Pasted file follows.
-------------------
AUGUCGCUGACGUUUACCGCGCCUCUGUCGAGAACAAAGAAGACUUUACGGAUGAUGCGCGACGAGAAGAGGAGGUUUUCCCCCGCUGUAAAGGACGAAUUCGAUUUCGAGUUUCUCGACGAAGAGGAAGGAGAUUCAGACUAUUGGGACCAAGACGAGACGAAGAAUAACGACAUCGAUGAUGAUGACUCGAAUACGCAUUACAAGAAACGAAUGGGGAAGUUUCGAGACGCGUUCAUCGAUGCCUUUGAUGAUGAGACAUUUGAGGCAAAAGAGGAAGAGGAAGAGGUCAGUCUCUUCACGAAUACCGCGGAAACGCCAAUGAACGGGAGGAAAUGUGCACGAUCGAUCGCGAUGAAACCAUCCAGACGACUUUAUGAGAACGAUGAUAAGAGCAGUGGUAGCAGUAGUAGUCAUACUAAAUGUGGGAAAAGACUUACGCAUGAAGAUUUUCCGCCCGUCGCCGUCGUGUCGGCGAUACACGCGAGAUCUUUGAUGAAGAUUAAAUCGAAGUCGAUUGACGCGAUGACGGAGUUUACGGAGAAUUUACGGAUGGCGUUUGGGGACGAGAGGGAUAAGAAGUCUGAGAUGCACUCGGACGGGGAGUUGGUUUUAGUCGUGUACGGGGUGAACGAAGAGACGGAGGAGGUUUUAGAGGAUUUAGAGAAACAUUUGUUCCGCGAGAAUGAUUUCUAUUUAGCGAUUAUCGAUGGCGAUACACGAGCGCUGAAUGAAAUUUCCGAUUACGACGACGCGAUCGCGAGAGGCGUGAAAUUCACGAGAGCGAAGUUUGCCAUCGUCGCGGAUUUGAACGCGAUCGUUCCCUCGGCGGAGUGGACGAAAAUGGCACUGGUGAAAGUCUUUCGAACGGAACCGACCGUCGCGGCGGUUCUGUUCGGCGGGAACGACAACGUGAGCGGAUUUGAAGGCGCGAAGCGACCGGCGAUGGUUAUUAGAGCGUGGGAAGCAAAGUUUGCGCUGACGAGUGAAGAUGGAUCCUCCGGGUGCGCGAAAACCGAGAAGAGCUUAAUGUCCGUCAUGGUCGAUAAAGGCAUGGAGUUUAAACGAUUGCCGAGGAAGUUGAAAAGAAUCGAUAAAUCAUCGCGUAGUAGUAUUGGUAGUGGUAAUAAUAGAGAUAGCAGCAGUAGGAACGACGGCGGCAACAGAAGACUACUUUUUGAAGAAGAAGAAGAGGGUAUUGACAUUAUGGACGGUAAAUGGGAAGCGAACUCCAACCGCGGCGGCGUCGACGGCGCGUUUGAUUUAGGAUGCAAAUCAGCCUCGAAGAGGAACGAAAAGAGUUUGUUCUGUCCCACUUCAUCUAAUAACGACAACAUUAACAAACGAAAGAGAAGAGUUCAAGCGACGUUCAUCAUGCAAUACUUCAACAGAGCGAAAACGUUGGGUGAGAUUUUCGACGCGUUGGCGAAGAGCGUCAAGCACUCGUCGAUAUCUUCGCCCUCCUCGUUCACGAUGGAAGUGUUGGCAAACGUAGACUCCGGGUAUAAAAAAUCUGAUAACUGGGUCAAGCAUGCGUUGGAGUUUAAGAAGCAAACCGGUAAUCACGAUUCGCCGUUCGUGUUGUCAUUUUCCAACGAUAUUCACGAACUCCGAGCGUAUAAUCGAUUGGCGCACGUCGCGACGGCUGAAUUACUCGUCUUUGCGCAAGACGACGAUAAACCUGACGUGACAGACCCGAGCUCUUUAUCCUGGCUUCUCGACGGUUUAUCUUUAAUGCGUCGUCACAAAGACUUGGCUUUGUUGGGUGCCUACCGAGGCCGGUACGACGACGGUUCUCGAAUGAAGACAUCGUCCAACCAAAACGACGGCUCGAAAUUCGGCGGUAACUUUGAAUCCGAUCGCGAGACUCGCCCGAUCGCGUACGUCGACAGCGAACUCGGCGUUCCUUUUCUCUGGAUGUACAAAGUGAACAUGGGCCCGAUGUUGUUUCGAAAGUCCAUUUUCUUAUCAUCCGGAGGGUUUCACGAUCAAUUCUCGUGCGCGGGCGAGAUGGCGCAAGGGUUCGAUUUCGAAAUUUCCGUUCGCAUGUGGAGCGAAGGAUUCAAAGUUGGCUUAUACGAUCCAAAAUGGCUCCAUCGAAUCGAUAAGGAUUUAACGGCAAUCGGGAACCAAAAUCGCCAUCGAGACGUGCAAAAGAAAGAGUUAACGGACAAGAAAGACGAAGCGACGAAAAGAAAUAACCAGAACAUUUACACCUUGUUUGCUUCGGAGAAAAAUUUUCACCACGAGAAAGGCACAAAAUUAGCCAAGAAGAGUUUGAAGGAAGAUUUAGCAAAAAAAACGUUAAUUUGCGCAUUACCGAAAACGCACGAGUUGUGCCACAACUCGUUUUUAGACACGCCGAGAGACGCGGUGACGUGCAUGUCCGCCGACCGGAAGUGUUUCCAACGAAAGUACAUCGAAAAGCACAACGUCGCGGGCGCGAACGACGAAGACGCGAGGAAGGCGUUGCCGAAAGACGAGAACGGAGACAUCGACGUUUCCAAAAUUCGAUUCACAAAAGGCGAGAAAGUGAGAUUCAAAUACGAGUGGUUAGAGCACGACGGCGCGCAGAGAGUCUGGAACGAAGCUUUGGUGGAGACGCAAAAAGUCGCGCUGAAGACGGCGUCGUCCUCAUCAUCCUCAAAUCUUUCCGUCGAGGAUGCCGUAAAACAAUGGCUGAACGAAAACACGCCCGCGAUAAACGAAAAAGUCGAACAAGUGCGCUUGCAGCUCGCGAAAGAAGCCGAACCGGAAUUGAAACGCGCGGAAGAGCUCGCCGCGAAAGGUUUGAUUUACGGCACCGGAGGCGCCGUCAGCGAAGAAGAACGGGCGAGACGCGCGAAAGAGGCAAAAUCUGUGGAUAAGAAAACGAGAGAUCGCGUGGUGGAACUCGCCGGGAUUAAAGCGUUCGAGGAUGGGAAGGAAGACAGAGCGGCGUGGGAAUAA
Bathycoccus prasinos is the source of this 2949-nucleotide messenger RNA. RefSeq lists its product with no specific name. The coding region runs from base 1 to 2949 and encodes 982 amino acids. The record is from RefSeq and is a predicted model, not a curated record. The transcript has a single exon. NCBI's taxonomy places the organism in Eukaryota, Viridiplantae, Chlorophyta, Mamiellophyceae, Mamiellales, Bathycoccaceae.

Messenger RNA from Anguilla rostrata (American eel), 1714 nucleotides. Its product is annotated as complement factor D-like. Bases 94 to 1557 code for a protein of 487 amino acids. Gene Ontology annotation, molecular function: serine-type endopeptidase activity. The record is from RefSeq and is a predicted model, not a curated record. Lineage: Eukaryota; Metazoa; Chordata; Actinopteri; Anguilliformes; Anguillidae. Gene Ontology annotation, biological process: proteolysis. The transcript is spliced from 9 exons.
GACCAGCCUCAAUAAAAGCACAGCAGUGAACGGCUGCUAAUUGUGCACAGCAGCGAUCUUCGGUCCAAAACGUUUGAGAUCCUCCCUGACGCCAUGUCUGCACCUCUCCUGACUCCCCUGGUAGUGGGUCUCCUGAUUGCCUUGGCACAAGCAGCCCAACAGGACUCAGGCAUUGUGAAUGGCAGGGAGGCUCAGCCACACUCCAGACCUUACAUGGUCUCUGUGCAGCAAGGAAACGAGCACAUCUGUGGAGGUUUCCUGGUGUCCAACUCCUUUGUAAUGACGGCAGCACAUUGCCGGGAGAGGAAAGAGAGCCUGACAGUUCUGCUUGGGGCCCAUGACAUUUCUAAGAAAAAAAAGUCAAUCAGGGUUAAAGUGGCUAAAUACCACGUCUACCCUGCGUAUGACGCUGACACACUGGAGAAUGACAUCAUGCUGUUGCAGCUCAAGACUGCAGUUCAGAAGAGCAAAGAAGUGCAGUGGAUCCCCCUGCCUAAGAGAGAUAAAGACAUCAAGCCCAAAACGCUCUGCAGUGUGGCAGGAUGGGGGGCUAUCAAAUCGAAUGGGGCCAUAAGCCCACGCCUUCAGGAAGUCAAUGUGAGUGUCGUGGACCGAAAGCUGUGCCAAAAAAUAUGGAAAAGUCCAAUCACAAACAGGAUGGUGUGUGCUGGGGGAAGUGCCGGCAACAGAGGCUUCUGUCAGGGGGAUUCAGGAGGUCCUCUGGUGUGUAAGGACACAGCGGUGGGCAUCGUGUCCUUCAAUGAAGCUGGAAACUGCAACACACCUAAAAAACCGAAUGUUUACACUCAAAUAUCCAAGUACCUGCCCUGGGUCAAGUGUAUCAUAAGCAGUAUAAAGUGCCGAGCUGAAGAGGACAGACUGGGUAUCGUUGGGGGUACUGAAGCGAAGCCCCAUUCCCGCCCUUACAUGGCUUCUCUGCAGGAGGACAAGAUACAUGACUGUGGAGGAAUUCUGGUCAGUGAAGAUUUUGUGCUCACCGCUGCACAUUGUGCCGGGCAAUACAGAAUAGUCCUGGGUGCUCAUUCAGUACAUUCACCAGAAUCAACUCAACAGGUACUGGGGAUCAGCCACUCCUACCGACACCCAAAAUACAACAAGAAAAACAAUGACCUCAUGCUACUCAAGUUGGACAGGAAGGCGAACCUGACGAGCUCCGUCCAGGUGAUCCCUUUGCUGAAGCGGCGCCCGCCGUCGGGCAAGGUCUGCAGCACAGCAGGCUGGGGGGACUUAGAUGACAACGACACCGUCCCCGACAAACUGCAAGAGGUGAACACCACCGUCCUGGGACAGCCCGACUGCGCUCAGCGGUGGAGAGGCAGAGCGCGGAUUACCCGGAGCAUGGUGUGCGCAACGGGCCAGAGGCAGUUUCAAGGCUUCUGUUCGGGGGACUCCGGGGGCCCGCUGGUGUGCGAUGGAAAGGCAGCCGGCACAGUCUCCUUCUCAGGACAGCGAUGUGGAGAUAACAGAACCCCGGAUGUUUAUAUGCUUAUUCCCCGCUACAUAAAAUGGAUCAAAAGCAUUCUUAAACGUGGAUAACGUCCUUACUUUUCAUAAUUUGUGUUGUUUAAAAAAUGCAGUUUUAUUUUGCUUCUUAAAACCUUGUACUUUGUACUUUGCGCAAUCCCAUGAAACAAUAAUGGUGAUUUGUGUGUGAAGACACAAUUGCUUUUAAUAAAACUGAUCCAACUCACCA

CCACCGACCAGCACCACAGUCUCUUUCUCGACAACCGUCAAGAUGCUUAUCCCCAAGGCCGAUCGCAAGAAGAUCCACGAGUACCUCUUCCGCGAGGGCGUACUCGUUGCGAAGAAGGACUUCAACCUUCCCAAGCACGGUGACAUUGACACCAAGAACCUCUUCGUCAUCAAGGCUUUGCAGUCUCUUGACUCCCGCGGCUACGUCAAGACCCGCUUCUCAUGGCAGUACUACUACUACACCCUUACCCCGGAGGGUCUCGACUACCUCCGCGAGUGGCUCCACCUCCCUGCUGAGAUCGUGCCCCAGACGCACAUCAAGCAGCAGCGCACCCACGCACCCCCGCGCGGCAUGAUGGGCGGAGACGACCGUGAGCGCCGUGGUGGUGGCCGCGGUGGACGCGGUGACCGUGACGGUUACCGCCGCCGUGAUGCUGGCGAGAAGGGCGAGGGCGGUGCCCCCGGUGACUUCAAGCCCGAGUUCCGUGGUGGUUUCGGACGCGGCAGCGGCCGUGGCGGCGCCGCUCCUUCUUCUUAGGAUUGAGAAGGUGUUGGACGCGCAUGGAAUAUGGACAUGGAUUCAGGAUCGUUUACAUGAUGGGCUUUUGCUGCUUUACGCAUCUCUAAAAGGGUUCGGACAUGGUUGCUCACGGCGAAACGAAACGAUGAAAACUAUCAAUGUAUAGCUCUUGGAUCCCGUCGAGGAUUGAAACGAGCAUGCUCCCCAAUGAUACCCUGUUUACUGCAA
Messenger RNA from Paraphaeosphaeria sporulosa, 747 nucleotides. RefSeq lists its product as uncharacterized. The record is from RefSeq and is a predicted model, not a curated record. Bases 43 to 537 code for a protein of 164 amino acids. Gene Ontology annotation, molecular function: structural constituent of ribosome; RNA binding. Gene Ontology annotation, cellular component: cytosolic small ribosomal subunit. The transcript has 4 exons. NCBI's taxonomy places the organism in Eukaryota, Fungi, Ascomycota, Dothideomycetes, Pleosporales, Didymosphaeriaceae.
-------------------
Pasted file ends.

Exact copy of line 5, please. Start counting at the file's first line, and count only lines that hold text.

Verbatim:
CCACCGACCAGCACCACAGUCUCUUUCUCGACAACCGUCAAGAUGCUUAUCCCCAAGGCCGAUCGCAAGAAGAUCCACGAGUACCUCUUCCGCGAGGGCGUACUCGUUGCGAAGAAGGACUUCAACCUUCCCAAGCACGGUGACAUUGACACCAAGAACCUCUUCGUCAUCAAGGCUUUGCAGUCUCUUGACUCCCGCGGCUACGUCAAGACCCGCUUCUCAUGGCAGUACUACUACUACACCCUUACCCCGGAGGGUCUCGACUACCUCCGCGAGUGGCUCCACCUCCCUGCUGAGAUCGUGCCCCAGACGCACAUCAAGCAGCAGCGCACCCACGCACCCCCGCGCGGCAUGAUGGGCGGAGACGACCGUGAGCGCCGUGGUGGUGGCCGCGGUGGACGCGGUGACCGUGACGGUUACCGCCGCCGUGAUGCUGGCGAGAAGGGCGAGGGCGGUGCCCCCGGUGACUUCAAGCCCGAGUUCCGUGGUGGUUUCGGACGCGGCAGCGGCCGUGGCGGCGCCGCUCCUUCUUCUUAGGAUUGAGAAGGUGUUGGACGCGCAUGGAAUAUGGACAUGGAUUCAGGAUCGUUUACAUGAUGGGCUUUUGCUGCUUUACGCAUCUCUAAAAGGGUUCGGACAUGGUUGCUCACGGCGAAACGAAACGAUGAAAACUAUCAAUGUAUAGCUCUUGGAUCCCGUCGAGGAUUGAAACGAGCAUGCUCCCCAAUGAUACCCUGUUUACUGCAA